– Why contingencies were not in place when equipment failed and who was responsible for that
– How the company could get around procurement red tape when emergencies arose so that the project could be completed and,
– Why problems when they arose needed to be communicated, not swept under the carpet in the hope that that way they might disappear!
Why we avoid Conflict and the positive difference it can make when harnessed
Given the costs of conflict avoidance, the question needs to be asked why managers and team constituents try to avoid conflict instead of embracing it.
There are several reasons for this, but here are the main ones:
- Conflict is seen as being the first step on a road from conflict, to confrontation, to fight – and all the pain and uncertainty that brings
- Evolution (and legacy events from childhood and our past) has hardwired us with a ‘conflict style’ that we feel unable to break the mould of, or of which we are unaware
- Our technical knowledge often does not teach us about ‘conflict’ or ‘team development’. Therefore it is either unimportant (otherwise it would have been taught, right?) or something we should already know about. Either way, a serious focus on it does not merit time spent in a meeting.
It is surprising, in the face of all the costs that the fear of conflict creates – most notably in Asia with its collective culture and unwritten rule that ‘silence is golden’ (yet where conflict so often bubbles away beneath the surface infectiously) – how few executive boards decide to tackle the problem head on.
‘Building a strong team is both possible and remarkably simple. But it is painfully difficult.’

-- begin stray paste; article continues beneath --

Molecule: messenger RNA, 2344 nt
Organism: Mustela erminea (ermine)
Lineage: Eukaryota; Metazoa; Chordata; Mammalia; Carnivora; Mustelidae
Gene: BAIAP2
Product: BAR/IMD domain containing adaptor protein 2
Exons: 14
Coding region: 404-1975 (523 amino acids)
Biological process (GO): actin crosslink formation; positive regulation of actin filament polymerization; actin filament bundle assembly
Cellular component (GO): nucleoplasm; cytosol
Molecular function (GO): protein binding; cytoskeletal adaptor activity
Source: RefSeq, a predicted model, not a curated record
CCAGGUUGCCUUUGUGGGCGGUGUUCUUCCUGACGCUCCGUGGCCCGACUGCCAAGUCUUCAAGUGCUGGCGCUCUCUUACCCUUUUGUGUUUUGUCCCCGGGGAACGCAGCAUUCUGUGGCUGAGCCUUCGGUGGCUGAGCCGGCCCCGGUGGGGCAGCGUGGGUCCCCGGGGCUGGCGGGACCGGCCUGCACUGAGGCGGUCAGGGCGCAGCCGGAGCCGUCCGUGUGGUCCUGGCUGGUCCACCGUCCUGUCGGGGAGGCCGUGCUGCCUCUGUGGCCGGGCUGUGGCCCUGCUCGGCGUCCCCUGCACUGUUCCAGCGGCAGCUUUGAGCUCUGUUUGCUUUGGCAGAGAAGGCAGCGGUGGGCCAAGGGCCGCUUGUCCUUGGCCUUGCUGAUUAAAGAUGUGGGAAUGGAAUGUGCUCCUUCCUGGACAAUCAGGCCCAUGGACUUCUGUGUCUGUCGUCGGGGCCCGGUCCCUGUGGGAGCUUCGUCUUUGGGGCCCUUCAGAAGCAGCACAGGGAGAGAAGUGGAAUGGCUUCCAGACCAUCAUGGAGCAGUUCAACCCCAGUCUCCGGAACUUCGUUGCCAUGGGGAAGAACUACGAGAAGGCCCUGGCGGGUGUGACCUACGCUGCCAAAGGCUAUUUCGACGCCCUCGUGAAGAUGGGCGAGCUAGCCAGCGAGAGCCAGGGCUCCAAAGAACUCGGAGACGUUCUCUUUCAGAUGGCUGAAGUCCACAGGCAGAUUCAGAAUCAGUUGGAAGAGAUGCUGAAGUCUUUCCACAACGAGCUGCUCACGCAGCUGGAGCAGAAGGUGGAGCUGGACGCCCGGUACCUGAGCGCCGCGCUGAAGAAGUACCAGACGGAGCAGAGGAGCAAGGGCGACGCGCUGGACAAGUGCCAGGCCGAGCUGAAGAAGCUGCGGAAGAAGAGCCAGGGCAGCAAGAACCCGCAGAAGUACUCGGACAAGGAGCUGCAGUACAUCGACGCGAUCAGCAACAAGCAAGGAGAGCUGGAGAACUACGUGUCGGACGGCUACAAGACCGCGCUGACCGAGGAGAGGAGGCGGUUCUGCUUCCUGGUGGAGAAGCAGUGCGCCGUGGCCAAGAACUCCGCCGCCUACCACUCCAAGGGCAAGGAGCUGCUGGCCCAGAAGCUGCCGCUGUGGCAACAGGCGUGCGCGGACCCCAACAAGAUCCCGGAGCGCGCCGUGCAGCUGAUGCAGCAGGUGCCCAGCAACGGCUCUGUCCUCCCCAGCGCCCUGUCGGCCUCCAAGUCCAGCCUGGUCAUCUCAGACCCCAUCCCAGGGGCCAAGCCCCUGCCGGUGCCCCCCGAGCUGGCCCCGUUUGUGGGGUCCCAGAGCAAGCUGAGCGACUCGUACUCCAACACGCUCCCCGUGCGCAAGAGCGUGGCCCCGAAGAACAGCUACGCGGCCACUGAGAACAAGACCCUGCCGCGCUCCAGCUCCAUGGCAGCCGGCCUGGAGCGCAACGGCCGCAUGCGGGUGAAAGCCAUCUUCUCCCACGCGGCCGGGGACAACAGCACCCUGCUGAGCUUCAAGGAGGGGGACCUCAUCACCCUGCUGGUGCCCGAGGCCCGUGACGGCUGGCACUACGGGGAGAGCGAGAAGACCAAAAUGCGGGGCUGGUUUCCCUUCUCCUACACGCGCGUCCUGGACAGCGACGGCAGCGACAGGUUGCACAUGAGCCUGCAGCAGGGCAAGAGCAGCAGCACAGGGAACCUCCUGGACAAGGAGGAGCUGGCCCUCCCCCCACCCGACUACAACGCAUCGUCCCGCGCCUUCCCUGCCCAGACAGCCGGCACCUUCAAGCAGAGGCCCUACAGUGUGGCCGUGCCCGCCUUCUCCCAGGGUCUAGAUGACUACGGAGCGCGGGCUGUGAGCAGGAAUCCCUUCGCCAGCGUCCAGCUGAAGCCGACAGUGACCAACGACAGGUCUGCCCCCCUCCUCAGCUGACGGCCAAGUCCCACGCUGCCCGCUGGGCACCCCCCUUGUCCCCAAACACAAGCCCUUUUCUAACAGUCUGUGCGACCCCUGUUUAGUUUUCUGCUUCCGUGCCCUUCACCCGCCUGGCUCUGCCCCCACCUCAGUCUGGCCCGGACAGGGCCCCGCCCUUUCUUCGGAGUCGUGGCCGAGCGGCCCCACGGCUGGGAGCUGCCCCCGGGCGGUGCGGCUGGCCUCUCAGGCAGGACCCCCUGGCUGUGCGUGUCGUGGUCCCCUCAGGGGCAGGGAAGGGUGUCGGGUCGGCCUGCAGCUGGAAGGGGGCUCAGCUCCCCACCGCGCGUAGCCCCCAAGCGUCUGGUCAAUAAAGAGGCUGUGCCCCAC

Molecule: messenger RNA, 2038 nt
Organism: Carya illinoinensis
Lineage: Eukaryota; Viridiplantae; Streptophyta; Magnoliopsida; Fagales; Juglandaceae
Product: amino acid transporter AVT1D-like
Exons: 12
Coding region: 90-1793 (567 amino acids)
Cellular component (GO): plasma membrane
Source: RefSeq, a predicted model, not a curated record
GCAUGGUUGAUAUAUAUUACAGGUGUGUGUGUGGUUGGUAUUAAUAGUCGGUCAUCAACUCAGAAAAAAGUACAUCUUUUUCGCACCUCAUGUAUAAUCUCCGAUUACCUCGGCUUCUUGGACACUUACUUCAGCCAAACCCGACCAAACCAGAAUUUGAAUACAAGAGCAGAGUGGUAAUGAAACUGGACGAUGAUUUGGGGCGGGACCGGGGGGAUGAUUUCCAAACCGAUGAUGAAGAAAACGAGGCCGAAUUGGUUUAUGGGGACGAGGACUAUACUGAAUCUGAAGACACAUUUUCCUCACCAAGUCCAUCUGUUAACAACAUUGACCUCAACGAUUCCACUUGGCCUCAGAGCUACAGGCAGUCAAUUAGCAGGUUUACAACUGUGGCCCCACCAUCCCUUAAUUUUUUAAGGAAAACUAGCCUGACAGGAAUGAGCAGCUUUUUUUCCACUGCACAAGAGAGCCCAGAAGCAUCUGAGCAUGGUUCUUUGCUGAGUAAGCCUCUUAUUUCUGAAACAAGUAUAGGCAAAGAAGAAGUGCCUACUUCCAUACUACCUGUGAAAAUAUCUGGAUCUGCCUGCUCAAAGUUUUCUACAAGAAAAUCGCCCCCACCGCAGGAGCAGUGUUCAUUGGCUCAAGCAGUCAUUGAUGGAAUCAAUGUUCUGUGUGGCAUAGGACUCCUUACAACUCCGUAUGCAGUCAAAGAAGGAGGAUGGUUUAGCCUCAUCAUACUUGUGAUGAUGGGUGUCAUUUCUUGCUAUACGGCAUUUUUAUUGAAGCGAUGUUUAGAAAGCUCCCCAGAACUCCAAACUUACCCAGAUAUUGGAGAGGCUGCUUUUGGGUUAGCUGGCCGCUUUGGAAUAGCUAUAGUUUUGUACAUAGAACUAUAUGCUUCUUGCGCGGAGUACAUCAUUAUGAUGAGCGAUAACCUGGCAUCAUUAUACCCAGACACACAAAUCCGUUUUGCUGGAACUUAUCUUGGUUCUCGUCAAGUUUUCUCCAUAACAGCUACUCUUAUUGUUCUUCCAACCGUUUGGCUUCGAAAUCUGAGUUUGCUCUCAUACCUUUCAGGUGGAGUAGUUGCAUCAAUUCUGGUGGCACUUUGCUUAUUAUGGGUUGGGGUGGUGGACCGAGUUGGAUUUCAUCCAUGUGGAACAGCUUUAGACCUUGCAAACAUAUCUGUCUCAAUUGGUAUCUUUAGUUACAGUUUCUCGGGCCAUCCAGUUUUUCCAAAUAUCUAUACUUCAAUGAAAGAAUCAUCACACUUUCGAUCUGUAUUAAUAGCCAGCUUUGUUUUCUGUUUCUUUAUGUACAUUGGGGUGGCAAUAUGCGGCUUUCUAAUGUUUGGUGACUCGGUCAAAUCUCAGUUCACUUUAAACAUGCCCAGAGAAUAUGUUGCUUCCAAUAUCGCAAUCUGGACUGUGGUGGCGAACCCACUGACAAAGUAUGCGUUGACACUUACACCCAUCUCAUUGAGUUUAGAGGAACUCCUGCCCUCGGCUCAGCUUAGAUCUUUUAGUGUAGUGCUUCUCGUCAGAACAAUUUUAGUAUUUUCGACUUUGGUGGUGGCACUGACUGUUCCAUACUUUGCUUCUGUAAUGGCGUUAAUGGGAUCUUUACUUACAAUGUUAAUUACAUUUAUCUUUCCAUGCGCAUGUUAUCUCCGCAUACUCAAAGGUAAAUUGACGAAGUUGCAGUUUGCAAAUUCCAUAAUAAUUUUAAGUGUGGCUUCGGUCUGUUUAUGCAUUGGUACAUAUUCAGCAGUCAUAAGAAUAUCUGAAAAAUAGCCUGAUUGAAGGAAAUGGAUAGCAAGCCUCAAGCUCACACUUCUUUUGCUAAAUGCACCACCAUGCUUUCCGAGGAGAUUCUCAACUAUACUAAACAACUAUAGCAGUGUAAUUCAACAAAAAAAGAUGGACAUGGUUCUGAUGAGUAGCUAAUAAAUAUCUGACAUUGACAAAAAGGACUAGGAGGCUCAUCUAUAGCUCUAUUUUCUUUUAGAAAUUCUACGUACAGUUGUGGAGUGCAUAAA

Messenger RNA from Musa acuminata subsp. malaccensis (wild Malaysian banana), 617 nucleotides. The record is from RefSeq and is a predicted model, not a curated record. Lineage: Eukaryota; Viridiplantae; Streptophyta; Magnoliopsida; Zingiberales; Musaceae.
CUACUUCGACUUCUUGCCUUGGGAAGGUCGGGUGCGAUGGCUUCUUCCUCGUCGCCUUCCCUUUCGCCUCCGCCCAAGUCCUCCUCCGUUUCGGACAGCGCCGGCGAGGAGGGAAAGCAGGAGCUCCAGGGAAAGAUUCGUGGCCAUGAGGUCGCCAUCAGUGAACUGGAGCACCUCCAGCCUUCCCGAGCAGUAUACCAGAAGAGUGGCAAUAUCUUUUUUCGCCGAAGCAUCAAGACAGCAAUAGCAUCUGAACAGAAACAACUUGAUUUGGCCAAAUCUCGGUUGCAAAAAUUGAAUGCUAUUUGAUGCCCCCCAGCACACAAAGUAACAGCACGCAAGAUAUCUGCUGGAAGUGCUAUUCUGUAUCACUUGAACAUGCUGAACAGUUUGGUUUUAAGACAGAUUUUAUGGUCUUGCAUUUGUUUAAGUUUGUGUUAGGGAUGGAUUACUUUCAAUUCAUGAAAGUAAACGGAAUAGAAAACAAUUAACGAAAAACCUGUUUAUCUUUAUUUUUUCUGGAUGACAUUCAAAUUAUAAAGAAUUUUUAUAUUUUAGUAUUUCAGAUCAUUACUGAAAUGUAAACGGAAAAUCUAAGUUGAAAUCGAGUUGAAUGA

Patrick Lencioni, The Five Dysfunctions of a Team
There are processes for doing so, which in turn lead to the development of high-performing teams. In fact, one of the characteristic of high-performing teams is that they operate with ‘creative tension’, which is essentially just the right amount of conflict.
In other words, high-performing teams learn to harness conflict, rather than avoiding it.
This removes the fear of communicating and ensures the flow of good ideas (and ‘not so good’ ideas – part of the process!), newsflow (including ‘bad news’ – exactly the type of news management needs to know if it is to do its job effectively) and a way to ‘challenge the process’ to ensure an upward spiral of continuous improvement.
Harnessing conflict means giving permission to ‘speak out’ and creating a safe environment for contribution in meetings without fear of reprisal, whether social / below the surface or explicit.
A Process for harnessing conflict and creating your high-performing team
When considering developing a team, it’s natural for managers to focus on the pain involved – the pain usually of a change in behaviours.
The pain of resistance, the pain of the fear that the attempt to take a team to a higher level may fail, the fear of the pain of conflict that may arise.
The fear, again, paralyses action.
Yet there is at least one solution that gives managers an easy-to-use process to develop their group into a team and learn to harness conflict rather than avoiding it.
Overcoming the Five Dysfunctions of Teams is offered exclusively by Talent Technologies in Thailand and gives managers a facilitated way of tackling conflict avoidance in Thai companies and organisations in Thailand in order to achieve results.
If you would like to overcome the fear of conflict in your company, feel free to email us here for more details!